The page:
# Asymptotic behavior of the partial sums $\sum\limits_{k=1}^{n}k^{1/4}$

What is the asymptotic behavior of the sequence: \begin{equation} s_n=\sum_{k=1}^{n}k^{1/4} \end{equation} when $n\to \infty$?

• Are you familiar with Riemann sums? These yield immediately the equivalent $\frac45n^{5/4}$ (and even, much more precise inequalities).
– Did
Jan 31, 2012 at 11:41
• Thank you. I've read the wikipedia link and now I think you mean something like this: looking at the interval $[0,n]$, subdivide it in $n$ subintervals. Then, $\sum^{n-1}k^{1/4}<\int_0^n x^{1/4} dx<\sum^n k^{1/4}$. The integral is just what you write. Is this correct? Can it be made more formal? And how can you get even more precise inequalities? Thanks again Jan 31, 2012 at 11:56
– Did
Jan 31, 2012 at 12:40

Let $k\geqslant1$. Since the function $x\mapsto x^{1/4}$ is increasing, $(k-1)^{1/4}\leqslant x^{1/4}\leqslant k^{1/4}$ for every $k-1\leqslant x\leqslant k$. Integrating this double inequality yields $$(k-1)^{1/4}\leqslant\int_{k-1}^kx^{1/4}\mathrm dx\leqslant k^{1/4}.$$ Summing these from $k=1$ to $k=n$ yields $$s_{n-1}=\sum_{k=0}^{n-1}k^{1/4}\leqslant\int_{0}^nx^{1/4}\mathrm dx\leqslant \sum_{k=1}^{n}k^{1/4}=s_n.$$ Since the integral is $\tfrac45n^{5/4}$ and $s_{n-1}=s_n-n^{1/4}$, this yields, for every $n\geqslant1$, $$\tfrac45n^{5/4}\leqslant s_n\leqslant\tfrac45n^{5/4}+n^{1/4}.$$ Note finally that $n^{1/4}=o(n^{5/4})$ hence a (much weakened) version of this is $s_n\sim\tfrac45n^{5/4}$.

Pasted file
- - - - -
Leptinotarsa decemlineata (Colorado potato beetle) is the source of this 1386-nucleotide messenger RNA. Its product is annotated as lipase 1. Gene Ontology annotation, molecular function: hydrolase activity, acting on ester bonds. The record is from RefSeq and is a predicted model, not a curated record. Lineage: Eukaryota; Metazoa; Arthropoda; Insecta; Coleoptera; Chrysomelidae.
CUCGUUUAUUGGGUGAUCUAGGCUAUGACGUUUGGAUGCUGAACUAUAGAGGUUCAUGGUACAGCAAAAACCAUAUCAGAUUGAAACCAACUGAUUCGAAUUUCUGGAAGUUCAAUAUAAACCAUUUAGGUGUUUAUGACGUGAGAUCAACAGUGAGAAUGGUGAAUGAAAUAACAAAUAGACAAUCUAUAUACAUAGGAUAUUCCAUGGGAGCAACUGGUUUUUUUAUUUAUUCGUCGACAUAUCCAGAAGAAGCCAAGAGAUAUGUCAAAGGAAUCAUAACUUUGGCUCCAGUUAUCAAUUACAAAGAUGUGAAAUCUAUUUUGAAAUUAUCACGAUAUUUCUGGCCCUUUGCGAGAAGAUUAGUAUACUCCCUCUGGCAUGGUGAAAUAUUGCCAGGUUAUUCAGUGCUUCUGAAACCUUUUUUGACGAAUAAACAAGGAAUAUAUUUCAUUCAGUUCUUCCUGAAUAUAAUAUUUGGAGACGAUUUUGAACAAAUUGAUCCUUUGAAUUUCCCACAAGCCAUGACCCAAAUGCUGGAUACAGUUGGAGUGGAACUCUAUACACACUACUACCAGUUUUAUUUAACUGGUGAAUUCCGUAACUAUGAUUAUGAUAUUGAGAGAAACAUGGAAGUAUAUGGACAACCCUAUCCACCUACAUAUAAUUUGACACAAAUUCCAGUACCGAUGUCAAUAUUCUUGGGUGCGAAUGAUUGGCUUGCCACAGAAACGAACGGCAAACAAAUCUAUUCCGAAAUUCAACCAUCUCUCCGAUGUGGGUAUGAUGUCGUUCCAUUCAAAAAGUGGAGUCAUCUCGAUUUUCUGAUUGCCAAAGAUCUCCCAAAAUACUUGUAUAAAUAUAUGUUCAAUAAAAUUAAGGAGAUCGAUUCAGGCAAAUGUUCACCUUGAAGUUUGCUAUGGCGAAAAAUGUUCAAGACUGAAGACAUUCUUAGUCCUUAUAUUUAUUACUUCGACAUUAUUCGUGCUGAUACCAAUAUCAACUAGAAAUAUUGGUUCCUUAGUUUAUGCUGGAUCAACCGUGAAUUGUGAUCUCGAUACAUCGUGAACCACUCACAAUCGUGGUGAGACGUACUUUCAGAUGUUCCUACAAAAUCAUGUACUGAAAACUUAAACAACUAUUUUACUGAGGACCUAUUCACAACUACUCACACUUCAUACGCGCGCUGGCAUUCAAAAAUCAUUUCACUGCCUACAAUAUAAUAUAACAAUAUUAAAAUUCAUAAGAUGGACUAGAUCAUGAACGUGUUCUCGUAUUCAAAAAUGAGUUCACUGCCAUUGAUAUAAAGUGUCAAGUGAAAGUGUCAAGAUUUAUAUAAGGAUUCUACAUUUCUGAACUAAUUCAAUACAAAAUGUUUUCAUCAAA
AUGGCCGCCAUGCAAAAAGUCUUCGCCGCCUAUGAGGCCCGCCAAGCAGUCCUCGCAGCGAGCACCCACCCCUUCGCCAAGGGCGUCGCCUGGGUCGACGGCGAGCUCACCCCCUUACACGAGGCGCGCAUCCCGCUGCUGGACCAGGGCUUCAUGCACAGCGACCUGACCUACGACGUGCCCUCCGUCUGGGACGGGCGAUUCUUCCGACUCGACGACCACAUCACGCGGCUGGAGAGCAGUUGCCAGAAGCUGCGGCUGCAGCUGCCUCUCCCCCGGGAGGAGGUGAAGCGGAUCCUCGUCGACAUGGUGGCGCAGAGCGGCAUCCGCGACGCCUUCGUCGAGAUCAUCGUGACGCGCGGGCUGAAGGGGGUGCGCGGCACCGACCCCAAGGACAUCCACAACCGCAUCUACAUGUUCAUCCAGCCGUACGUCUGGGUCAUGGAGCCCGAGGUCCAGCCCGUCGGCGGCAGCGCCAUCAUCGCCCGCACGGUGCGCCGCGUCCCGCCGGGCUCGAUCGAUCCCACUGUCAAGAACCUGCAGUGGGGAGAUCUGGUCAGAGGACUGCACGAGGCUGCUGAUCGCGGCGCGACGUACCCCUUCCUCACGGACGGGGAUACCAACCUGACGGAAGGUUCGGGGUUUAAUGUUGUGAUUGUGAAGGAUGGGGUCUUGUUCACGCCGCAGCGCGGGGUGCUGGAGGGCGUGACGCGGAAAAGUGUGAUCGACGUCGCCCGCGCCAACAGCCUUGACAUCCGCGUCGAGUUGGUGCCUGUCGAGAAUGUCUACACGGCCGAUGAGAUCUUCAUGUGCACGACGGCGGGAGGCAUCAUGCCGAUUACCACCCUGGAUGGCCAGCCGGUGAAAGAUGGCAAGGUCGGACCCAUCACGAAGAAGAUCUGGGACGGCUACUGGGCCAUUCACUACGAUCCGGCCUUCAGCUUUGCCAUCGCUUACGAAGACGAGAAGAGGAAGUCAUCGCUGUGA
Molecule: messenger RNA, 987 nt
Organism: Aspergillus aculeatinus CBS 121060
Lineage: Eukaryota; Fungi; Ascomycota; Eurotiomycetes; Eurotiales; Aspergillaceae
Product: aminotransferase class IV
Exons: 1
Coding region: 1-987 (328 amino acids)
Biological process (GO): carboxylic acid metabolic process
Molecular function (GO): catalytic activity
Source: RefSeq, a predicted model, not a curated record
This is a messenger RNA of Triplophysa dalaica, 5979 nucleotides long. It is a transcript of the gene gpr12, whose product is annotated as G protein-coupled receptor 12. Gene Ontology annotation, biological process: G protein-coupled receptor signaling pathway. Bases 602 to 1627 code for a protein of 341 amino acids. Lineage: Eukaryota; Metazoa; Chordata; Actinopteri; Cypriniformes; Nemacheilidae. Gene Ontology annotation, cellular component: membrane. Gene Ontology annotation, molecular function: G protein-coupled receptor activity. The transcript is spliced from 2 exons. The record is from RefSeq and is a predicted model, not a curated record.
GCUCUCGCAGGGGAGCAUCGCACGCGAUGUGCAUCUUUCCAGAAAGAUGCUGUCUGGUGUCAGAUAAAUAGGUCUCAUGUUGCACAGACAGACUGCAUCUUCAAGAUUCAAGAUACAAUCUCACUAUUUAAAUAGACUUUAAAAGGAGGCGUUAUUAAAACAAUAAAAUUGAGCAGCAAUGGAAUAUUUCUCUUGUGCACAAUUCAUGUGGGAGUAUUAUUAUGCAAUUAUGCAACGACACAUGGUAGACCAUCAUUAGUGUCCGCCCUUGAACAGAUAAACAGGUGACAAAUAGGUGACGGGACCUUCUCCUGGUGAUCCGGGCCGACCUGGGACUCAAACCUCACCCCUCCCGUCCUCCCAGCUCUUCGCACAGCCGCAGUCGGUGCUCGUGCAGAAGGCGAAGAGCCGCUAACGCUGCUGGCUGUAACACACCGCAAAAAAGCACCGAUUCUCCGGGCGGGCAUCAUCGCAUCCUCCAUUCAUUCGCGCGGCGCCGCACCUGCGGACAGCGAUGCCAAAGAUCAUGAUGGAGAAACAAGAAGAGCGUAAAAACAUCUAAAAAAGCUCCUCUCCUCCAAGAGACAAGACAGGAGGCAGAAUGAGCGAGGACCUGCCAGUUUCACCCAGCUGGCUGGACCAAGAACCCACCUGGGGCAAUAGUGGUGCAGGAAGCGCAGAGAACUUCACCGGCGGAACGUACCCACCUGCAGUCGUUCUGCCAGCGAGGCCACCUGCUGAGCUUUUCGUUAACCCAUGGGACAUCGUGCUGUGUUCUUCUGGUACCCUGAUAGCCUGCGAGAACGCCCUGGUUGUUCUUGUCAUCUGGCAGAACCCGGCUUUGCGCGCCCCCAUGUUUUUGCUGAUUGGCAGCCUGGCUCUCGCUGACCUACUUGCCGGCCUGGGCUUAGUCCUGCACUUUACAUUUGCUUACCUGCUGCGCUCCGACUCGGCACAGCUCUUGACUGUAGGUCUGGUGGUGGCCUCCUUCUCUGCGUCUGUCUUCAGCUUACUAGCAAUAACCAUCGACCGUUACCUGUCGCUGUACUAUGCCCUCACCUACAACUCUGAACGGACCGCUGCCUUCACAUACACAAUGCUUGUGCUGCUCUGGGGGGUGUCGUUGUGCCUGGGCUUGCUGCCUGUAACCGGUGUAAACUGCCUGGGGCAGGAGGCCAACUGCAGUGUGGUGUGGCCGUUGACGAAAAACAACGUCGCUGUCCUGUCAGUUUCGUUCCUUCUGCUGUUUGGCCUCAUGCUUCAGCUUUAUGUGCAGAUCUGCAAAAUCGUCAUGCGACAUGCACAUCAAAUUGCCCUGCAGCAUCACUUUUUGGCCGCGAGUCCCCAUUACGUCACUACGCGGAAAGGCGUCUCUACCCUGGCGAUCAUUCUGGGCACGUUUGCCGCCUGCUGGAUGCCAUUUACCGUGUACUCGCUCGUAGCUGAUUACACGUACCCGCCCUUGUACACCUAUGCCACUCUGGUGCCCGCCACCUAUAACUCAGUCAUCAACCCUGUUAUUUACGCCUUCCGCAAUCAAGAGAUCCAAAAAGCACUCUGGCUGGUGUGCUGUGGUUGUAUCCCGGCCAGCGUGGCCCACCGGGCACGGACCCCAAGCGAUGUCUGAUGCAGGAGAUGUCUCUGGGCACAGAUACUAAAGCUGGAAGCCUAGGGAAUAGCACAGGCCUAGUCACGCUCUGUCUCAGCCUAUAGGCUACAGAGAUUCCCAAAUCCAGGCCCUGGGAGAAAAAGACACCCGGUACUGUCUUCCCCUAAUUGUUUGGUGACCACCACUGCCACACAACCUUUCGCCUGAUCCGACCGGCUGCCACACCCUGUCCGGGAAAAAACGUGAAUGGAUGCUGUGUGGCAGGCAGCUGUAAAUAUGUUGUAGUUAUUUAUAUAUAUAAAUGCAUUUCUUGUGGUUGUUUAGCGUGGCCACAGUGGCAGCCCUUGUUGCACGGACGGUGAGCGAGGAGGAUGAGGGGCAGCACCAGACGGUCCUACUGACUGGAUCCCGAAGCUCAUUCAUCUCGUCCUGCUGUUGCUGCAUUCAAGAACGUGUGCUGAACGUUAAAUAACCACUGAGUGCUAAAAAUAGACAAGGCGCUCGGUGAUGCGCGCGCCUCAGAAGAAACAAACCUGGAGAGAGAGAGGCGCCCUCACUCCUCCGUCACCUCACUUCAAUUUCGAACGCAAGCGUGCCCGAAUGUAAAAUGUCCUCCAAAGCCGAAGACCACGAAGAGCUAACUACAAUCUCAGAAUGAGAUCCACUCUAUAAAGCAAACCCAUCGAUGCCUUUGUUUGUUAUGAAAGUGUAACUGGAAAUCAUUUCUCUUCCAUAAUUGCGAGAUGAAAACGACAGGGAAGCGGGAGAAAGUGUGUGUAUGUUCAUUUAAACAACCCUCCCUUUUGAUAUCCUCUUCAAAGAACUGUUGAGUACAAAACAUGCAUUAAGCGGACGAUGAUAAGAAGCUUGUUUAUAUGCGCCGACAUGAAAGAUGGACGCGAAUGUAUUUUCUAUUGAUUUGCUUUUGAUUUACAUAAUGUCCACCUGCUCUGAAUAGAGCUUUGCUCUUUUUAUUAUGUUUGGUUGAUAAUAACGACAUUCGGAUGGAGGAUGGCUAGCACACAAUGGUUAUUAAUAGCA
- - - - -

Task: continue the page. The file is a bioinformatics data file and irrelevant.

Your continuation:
Here is a diagram to accompany Did's fine answer: • How was the diagram made?
– lhf
Feb 14, 2012 at 16:11
• @lhf Using JSXGraph. Feb 14, 2012 at 16:18

There is a standard technique that produces the complete asymptotic expansion for this sum and many others like it, which is to use harmonic sums and Mellin transforms.

Introduce the telescoping sum $$S(x) = \sum_{k\ge 1} \left(\sqrt{k}-\sqrt{x+k}\right).$$ This sum has the property that $$S(n) = \sum_{q=1}^n \sqrt{q},$$ so that $$S(n)$$ is the value we are looking for.

Re-write the sum as follows: $$S(x) = \sum_{k\ge 1} \sqrt{k} \left(1-\sqrt{x/k+1}\right).$$

The sum term is harmonic and may be evaluated by inverting its Mellin transform.

Recall the harmonic sum identity $$\mathfrak{M}\left(\sum_{k\ge 1} \lambda_k g(\mu_k x);s\right) = \left(\sum_{k\ge 1} \frac{\lambda_k}{\mu_k^s} \right) g^*(s)$$ where $$g^*(s)$$ is the Mellin transform of $$g(x).$$

In the present case we have $$\lambda_k = \sqrt{k}, \quad \mu_k = \frac{1}{k} \quad \text{and} \quad g(x) = 1 - \sqrt{1+x}.$$

It follows that $$\sum_{k\ge 1} \frac{\lambda_k}{\mu_k^s} = \sum_{k\ge 1} \sqrt{k}\times k^s = \zeta(-1/4-s)$$ which has fundamental strip $$-1/4-s > 1$$ or $$s < -5/4.$$

We need the Mellin transform $$g^*(s)$$ of $$g(x)$$ which is $$\int_0^\infty \left(1 - \sqrt{1+x}\right) x^{s-1} dx$$ which is immediately seen to be a beta function integral with value $$g^*(s) = - \frac{1}{\Gamma(-1/4)} \Gamma(s)\Gamma(-1/4-s)$$ and fundamental strip $$\langle -1, -1/4 \rangle,$$ which is a problem, because the abscissa of convergence of the zeta function term lies outside this strip. Hence we need to shift $$g^*(s)$$ by using $$g(x) = 1 + \frac{1}{4} x - \sqrt{1+x}$$ with fundamental strip $$\langle -2, -1 \rangle,$$ which is good.